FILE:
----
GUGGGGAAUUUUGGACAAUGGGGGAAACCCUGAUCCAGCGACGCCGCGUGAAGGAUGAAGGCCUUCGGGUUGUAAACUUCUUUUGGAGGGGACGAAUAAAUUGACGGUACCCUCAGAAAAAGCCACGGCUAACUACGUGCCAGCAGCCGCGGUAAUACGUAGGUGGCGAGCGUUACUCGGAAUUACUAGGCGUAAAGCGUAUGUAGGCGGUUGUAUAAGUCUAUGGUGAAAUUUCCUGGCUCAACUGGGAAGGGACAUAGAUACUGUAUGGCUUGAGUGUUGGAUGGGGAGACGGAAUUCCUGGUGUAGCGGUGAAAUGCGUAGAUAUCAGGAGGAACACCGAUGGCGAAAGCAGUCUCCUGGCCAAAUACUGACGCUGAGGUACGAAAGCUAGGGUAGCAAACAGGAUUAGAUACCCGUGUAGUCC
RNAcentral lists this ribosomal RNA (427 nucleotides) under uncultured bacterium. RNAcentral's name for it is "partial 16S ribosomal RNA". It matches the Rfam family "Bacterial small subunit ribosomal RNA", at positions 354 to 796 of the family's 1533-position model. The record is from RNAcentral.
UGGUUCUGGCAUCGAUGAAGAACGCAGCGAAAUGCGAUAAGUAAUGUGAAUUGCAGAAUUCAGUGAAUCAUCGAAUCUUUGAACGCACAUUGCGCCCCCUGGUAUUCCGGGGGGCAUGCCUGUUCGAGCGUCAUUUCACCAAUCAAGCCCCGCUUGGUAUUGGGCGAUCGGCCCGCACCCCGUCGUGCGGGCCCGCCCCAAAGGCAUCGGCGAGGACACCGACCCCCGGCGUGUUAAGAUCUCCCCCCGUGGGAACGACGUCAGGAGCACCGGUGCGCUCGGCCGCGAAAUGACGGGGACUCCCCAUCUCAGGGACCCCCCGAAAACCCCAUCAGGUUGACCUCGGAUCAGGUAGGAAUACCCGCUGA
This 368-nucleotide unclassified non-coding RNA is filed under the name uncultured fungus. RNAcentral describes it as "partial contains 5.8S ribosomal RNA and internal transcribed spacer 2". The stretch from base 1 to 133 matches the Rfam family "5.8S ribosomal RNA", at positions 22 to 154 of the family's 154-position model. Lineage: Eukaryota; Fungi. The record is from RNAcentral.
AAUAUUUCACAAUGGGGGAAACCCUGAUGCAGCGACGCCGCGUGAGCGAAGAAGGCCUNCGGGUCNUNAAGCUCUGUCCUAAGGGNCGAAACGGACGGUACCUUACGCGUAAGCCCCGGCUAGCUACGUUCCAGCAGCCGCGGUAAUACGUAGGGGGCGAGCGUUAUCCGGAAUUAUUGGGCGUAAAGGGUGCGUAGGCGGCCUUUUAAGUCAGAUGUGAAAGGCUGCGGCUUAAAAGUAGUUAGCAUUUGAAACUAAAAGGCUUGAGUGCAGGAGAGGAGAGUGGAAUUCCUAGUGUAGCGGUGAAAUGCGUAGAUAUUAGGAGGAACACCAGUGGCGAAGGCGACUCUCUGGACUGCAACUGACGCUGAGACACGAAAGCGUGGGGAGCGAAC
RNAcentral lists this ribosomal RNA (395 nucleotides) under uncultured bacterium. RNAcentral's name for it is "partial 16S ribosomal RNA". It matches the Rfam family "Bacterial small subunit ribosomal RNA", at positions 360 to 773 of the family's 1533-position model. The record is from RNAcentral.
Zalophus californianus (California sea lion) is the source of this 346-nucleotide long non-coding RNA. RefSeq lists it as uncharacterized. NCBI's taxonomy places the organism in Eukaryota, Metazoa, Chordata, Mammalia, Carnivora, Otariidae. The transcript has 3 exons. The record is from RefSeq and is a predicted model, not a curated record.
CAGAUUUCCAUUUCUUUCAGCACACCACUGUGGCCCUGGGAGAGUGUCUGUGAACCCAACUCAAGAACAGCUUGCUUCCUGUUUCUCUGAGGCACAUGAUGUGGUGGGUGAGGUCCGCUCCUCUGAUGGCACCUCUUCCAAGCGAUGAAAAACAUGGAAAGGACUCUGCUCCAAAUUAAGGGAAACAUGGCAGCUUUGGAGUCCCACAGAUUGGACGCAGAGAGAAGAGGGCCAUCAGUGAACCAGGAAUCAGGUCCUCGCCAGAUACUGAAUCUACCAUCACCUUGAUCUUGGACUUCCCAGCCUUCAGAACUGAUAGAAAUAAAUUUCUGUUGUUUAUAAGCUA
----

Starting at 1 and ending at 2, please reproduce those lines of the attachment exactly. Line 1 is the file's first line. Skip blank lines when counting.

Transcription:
GUGGGGAAUUUUGGACAAUGGGGGAAACCCUGAUCCAGCGACGCCGCGUGAAGGAUGAAGGCCUUCGGGUUGUAAACUUCUUUUGGAGGGGACGAAUAAAUUGACGGUACCCUCAGAAAAAGCCACGGCUAACUACGUGCCAGCAGCCGCGGUAAUACGUAGGUGGCGAGCGUUACUCGGAAUUACUAGGCGUAAAGCGUAUGUAGGCGGUUGUAUAAGUCUAUGGUGAAAUUUCCUGGCUCAACUGGGAAGGGACAUAGAUACUGUAUGGCUUGAGUGUUGGAUGGGGAGACGGAAUUCCUGGUGUAGCGGUGAAAUGCGUAGAUAUCAGGAGGAACACCGAUGGCGAAAGCAGUCUCCUGGCCAAAUACUGACGCUGAGGUACGAAAGCUAGGGUAGCAAACAGGAUUAGAUACCCGUGUAGUCC
RNAcentral lists this ribosomal RNA (427 nucleotides) under uncultured bacterium. RNAcentral's name for it is "partial 16S ribosomal RNA". It matches the Rfam family "Bacterial small subunit ribosomal RNA", at positions 354 to 796 of the family's 1533-position model. The record is from RNAcentral.